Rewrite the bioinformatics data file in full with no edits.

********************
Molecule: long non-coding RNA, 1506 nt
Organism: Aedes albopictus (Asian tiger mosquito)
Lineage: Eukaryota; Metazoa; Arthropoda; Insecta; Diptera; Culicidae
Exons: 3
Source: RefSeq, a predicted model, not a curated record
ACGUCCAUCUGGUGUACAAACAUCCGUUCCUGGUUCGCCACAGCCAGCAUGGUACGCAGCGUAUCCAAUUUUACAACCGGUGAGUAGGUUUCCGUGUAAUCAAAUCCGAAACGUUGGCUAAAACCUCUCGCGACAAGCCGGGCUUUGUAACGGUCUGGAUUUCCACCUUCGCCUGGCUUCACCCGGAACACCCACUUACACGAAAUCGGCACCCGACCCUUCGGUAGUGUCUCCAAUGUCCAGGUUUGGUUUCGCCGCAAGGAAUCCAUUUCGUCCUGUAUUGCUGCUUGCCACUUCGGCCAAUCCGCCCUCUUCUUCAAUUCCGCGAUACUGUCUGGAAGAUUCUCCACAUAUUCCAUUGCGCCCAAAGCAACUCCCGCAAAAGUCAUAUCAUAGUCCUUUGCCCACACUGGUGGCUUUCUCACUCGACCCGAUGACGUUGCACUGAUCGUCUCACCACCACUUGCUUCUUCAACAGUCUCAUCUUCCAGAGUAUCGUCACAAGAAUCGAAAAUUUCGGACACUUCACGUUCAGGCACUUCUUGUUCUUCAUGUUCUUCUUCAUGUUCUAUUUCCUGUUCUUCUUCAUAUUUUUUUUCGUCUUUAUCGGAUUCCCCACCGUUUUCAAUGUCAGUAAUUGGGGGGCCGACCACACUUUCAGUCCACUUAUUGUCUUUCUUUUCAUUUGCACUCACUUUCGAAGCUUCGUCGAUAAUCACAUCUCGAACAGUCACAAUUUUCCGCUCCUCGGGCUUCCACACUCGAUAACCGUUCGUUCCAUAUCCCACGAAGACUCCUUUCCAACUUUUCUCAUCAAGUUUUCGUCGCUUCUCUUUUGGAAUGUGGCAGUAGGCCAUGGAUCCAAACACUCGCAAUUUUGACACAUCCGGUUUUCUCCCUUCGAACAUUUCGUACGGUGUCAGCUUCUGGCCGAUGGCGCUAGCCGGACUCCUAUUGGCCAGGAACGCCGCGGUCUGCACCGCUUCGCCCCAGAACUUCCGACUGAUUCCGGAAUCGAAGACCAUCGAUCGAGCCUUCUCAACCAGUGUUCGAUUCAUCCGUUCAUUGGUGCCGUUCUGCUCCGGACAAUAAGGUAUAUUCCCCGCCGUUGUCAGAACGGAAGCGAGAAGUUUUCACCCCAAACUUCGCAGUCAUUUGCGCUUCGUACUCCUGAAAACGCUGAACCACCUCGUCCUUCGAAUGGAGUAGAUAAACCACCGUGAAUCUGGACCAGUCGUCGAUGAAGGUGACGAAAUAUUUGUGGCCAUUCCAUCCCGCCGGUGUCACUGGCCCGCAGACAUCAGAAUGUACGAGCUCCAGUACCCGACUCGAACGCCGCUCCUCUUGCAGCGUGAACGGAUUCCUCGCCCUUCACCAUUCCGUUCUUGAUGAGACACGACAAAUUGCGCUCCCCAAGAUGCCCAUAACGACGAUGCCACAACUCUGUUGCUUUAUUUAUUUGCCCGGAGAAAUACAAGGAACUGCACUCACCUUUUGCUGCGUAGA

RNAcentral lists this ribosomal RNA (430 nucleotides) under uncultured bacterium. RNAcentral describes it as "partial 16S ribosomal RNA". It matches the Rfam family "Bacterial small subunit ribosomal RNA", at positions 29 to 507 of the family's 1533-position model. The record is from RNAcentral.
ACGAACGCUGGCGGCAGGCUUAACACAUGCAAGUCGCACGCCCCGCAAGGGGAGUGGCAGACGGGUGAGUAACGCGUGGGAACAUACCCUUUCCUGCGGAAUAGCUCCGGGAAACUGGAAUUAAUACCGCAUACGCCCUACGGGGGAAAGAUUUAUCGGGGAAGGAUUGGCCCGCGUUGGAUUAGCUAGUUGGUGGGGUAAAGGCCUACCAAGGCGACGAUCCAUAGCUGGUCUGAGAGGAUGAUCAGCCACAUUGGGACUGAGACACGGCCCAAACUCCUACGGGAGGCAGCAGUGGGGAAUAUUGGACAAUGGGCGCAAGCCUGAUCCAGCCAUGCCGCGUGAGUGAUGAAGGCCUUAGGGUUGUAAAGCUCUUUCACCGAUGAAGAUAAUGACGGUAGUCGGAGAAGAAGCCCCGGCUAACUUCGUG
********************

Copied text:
Molecule: long non-coding RNA, 1506 nt
Organism: Aedes albopictus (Asian tiger mosquito)
Lineage: Eukaryota; Metazoa; Arthropoda; Insecta; Diptera; Culicidae
Exons: 3
Source: RefSeq, a predicted model, not a curated record
ACGUCCAUCUGGUGUACAAACAUCCGUUCCUGGUUCGCCACAGCCAGCAUGGUACGCAGCGUAUCCAAUUUUACAACCGGUGAGUAGGUUUCCGUGUAAUCAAAUCCGAAACGUUGGCUAAAACCUCUCGCGACAAGCCGGGCUUUGUAACGGUCUGGAUUUCCACCUUCGCCUGGCUUCACCCGGAACACCCACUUACACGAAAUCGGCACCCGACCCUUCGGUAGUGUCUCCAAUGUCCAGGUUUGGUUUCGCCGCAAGGAAUCCAUUUCGUCCUGUAUUGCUGCUUGCCACUUCGGCCAAUCCGCCCUCUUCUUCAAUUCCGCGAUACUGUCUGGAAGAUUCUCCACAUAUUCCAUUGCGCCCAAAGCAACUCCCGCAAAAGUCAUAUCAUAGUCCUUUGCCCACACUGGUGGCUUUCUCACUCGACCCGAUGACGUUGCACUGAUCGUCUCACCACCACUUGCUUCUUCAACAGUCUCAUCUUCCAGAGUAUCGUCACAAGAAUCGAAAAUUUCGGACACUUCACGUUCAGGCACUUCUUGUUCUUCAUGUUCUUCUUCAUGUUCUAUUUCCUGUUCUUCUUCAUAUUUUUUUUCGUCUUUAUCGGAUUCCCCACCGUUUUCAAUGUCAGUAAUUGGGGGGCCGACCACACUUUCAGUCCACUUAUUGUCUUUCUUUUCAUUUGCACUCACUUUCGAAGCUUCGUCGAUAAUCACAUCUCGAACAGUCACAAUUUUCCGCUCCUCGGGCUUCCACACUCGAUAACCGUUCGUUCCAUAUCCCACGAAGACUCCUUUCCAACUUUUCUCAUCAAGUUUUCGUCGCUUCUCUUUUGGAAUGUGGCAGUAGGCCAUGGAUCCAAACACUCGCAAUUUUGACACAUCCGGUUUUCUCCCUUCGAACAUUUCGUACGGUGUCAGCUUCUGGCCGAUGGCGCUAGCCGGACUCCUAUUGGCCAGGAACGCCGCGGUCUGCACCGCUUCGCCCCAGAACUUCCGACUGAUUCCGGAAUCGAAGACCAUCGAUCGAGCCUUCUCAACCAGUGUUCGAUUCAUCCGUUCAUUGGUGCCGUUCUGCUCCGGACAAUAAGGUAUAUUCCCCGCCGUUGUCAGAACGGAAGCGAGAAGUUUUCACCCCAAACUUCGCAGUCAUUUGCGCUUCGUACUCCUGAAAACGCUGAACCACCUCGUCCUUCGAAUGGAGUAGAUAAACCACCGUGAAUCUGGACCAGUCGUCGAUGAAGGUGACGAAAUAUUUGUGGCCAUUCCAUCCCGCCGGUGUCACUGGCCCGCAGACAUCAGAAUGUACGAGCUCCAGUACCCGACUCGAACGCCGCUCCUCUUGCAGCGUGAACGGAUUCCUCGCCCUUCACCAUUCCGUUCUUGAUGAGACACGACAAAUUGCGCUCCCCAAGAUGCCCAUAACGACGAUGCCACAACUCUGUUGCUUUAUUUAUUUGCCCGGAGAAAUACAAGGAACUGCACUCACCUUUUGCUGCGUAGA

RNAcentral lists this ribosomal RNA (430 nucleotides) under uncultured bacterium. RNAcentral describes it as "partial 16S ribosomal RNA". It matches the Rfam family "Bacterial small subunit ribosomal RNA", at positions 29 to 507 of the family's 1533-position model. The record is from RNAcentral.
ACGAACGCUGGCGGCAGGCUUAACACAUGCAAGUCGCACGCCCCGCAAGGGGAGUGGCAGACGGGUGAGUAACGCGUGGGAACAUACCCUUUCCUGCGGAAUAGCUCCGGGAAACUGGAAUUAAUACCGCAUACGCCCUACGGGGGAAAGAUUUAUCGGGGAAGGAUUGGCCCGCGUUGGAUUAGCUAGUUGGUGGGGUAAAGGCCUACCAAGGCGACGAUCCAUAGCUGGUCUGAGAGGAUGAUCAGCCACAUUGGGACUGAGACACGGCCCAAACUCCUACGGGAGGCAGCAGUGGGGAAUAUUGGACAAUGGGCGCAAGCCUGAUCCAGCCAUGCCGCGUGAGUGAUGAAGGCCUUAGGGUUGUAAAGCUCUUUCACCGAUGAAGAUAAUGACGGUAGUCGGAGAAGAAGCCCCGGCUAACUUCGUG